Aldo Fasci, the top law enforcement official in the state of Nuevo Leon, of which Monterrey is the capital, quickly branded the demonstrations “narco-blockades.”
A few days into the protests, a police commander was assassinated, more than 50 rounds pumped into him and his car as he drove to work. He had reportedly been given an ultimatum to free a detained demonstrator.
The state governor, Natividad Gonzalez Paras, blamed the unrest directly on the Gulf cartel and its paramilitary enforcement arm, the Zetas.
“These organized criminal groups use [poor] people,” Gonzalez said. “We can let them kidnap our peace and our rights, or we can unite to assert a state of law and order.” As evidence of the demonstrators’ backing, officials pointed to the arrest of Juan Antonio Beltran Cruz, a 20-year-old resident of Monterrey who was accused of being the leader of the tapados and who, according to authorities, had in his possession school backpacks used as bribes.
Authorities did not offer proof of any ties between Beltran Cruz and traffickers. But interviews with other officials, community activists and residents of Independencia provide a more complete picture of the way traffickers recruit among the poor.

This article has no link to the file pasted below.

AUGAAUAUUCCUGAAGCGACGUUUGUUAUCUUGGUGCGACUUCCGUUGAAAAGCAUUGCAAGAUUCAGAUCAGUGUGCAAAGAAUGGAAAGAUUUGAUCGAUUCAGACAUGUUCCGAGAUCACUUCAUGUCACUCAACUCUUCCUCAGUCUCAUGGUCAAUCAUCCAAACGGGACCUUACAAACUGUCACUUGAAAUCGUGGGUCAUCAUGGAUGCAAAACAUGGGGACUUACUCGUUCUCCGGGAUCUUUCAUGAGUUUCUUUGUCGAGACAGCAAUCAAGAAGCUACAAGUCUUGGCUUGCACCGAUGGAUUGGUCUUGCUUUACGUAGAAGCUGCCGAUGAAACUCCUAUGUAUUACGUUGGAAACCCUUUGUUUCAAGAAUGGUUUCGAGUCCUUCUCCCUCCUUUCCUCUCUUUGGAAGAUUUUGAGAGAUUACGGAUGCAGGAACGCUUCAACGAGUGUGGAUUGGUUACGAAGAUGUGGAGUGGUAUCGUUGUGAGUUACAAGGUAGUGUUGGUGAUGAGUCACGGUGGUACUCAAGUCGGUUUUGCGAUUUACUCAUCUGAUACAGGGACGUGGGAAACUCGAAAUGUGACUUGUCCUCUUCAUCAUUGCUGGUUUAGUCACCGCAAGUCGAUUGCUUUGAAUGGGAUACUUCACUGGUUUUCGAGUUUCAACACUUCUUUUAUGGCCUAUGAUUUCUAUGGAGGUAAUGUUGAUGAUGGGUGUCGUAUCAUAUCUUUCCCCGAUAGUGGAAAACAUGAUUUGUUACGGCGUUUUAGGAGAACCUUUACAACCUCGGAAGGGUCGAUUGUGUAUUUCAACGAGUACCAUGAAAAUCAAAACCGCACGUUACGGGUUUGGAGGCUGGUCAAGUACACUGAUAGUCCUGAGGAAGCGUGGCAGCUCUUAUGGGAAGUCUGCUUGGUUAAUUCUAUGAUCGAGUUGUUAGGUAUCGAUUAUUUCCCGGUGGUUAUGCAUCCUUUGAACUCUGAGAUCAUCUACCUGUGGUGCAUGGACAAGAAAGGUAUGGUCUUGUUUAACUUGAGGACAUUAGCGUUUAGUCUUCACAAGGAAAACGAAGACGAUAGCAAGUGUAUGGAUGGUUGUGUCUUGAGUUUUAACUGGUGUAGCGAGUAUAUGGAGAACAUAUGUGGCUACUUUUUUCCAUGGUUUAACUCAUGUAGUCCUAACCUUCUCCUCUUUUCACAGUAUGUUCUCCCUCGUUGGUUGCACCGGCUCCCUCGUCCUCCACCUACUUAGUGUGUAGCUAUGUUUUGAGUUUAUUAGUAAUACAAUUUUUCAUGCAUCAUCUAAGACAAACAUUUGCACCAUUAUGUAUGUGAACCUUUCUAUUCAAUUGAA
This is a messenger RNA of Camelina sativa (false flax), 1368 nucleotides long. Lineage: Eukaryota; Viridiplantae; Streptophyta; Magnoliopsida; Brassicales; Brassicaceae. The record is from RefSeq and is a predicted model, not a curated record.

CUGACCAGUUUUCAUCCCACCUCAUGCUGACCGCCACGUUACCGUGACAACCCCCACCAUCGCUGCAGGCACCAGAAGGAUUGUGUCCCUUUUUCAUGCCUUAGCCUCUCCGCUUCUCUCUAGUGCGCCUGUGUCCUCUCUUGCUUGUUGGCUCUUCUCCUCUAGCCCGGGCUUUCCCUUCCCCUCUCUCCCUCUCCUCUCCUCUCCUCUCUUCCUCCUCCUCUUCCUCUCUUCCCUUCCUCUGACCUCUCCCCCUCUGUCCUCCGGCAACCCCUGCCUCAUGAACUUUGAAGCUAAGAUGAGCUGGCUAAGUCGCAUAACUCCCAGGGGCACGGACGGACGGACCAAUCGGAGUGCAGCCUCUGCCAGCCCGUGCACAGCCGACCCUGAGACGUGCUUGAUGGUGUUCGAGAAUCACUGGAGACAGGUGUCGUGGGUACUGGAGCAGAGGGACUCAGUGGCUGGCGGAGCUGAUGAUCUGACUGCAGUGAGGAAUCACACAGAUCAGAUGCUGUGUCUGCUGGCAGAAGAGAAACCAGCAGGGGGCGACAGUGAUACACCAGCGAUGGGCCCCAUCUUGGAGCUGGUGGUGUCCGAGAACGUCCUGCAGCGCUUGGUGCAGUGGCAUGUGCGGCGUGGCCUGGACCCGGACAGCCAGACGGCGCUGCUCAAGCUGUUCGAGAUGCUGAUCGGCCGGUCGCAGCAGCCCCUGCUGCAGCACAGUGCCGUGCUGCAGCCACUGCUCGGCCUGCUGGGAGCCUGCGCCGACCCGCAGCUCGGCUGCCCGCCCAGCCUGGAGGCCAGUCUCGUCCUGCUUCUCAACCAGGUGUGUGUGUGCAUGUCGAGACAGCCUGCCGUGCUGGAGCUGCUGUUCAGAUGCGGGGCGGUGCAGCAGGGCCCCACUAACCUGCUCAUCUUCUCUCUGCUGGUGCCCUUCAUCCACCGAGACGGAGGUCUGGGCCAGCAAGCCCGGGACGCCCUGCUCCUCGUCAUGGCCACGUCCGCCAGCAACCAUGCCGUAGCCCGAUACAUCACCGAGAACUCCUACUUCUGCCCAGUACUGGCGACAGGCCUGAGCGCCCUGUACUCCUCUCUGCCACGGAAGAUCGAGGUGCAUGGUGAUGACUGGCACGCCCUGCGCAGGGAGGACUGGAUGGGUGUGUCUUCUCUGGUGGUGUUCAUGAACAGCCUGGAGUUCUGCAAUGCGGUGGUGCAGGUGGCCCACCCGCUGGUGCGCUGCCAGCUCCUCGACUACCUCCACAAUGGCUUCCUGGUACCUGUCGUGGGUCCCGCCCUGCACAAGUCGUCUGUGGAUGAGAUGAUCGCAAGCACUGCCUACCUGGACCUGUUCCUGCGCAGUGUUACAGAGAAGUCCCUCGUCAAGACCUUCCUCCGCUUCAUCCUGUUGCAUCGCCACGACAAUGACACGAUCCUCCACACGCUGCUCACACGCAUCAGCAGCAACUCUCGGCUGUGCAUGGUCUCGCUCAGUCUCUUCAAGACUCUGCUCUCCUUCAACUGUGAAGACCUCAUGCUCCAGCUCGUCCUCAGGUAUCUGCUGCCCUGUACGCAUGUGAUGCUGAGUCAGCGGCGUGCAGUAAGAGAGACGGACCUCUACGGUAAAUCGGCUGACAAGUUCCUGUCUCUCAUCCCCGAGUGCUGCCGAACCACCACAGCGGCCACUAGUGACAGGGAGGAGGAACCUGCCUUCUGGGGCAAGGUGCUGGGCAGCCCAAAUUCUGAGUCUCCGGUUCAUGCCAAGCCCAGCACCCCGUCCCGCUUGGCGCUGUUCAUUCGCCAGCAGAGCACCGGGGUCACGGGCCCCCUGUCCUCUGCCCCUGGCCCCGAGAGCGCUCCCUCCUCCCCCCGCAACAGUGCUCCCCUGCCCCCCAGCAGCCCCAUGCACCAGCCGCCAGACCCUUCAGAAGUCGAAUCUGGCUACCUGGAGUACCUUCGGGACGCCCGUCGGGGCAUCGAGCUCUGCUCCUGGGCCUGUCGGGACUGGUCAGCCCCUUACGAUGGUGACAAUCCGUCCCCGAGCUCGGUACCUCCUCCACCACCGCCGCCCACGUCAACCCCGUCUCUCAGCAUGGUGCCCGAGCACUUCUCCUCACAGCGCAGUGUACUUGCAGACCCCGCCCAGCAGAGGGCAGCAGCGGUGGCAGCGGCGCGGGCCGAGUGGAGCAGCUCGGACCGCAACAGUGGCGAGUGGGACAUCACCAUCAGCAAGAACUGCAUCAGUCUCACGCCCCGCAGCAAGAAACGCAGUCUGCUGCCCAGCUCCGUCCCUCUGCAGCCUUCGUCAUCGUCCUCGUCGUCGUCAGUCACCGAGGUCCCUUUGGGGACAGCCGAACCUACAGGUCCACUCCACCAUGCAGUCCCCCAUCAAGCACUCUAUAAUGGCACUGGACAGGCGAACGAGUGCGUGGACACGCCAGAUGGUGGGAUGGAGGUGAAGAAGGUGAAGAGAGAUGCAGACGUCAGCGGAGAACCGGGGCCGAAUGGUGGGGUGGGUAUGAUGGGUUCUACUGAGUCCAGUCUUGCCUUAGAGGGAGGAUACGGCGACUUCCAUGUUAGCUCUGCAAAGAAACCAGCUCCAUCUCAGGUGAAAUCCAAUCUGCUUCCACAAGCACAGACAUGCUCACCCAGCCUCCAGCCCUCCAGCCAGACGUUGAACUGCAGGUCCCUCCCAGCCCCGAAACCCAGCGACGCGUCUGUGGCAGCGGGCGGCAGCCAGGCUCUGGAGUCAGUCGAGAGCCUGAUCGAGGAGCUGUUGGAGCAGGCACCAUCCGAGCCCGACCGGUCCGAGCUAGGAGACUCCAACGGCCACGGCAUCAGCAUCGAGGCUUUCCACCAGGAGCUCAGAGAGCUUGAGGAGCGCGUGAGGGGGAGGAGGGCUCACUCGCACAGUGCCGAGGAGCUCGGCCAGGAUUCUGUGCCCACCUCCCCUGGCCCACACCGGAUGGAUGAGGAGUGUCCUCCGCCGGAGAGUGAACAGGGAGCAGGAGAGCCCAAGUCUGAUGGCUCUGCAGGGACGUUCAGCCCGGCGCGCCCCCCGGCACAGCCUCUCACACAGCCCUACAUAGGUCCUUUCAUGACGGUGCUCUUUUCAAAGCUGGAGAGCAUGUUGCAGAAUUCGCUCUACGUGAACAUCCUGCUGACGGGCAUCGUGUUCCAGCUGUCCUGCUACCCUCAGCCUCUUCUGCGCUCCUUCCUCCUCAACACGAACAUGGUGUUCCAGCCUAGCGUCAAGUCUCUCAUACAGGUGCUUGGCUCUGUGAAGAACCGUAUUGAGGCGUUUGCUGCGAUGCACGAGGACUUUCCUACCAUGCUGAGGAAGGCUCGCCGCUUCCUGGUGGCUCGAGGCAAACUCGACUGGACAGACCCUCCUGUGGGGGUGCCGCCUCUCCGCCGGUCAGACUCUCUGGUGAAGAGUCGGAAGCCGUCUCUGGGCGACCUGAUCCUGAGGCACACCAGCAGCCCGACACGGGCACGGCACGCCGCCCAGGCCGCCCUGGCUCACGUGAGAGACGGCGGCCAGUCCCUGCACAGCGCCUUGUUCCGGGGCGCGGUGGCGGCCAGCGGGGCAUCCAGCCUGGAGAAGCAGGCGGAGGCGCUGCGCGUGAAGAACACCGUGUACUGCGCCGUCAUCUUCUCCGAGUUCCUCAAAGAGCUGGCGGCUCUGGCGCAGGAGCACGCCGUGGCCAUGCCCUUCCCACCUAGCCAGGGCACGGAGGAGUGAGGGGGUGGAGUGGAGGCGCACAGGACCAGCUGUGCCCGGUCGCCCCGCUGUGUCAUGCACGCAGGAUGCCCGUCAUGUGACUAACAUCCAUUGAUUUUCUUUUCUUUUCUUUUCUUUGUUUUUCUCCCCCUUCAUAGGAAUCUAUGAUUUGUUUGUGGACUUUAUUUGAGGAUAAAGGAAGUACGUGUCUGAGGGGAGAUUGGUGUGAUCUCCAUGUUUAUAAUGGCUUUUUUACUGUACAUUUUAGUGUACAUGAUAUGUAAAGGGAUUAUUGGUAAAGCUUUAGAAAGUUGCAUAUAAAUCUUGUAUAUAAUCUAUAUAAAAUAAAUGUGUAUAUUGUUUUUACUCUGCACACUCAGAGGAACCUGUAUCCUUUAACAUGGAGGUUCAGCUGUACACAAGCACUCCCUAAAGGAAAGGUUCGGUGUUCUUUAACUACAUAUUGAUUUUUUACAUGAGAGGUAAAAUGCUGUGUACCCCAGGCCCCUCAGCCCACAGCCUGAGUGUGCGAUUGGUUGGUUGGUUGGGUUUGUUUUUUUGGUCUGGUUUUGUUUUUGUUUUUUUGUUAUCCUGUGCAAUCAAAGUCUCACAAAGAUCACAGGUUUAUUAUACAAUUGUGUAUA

Some of the tapados were paid as little as 200 pesos, about $13, plus a cellular telephone; others received 500 pesos, about $33, and the backpacks filled with supplies. After the demonstrations, many returned to Independencia and pointed to pictures of themselves in the newspapers, bragging about their performance, residents said.
“They go to the demonstrations; they don’t even know what it’s about or why, they just go,” said Father Juan Pedro Alanis, the parish priest in Independencia. A woman working at the church said she was offered money to attend the protests.
They go, Alanis said, because of the pay. It’s a time-honored tradition in Mexico, where political parties, unions and other organizations reward people for showing up at rallies. There’s even a word for it here, acarrear, which in Spanish means to transport but in Mexican slang adds the elements of payoffs and gifts.
Independencia is largely a no-go zone for police, who abandoned a station near the top of the hill two years ago. For many years, residents grew their own marijuana and marketed it, sometimes selling it openly on street corners -- “like popcorn,” in the words of one local activist.
Dozens of gangs formed, most of them involved in either dealing or consuming drugs. Around 2006, the Zetas began moving in, taking over the drug operations and forcing residents to become part of their network, community activists say.
The gangs hang out on corners, stroll languidly through Independencia’s streets and, by the look of things, freshen up the graffiti periodically. One gang calls itself Watts.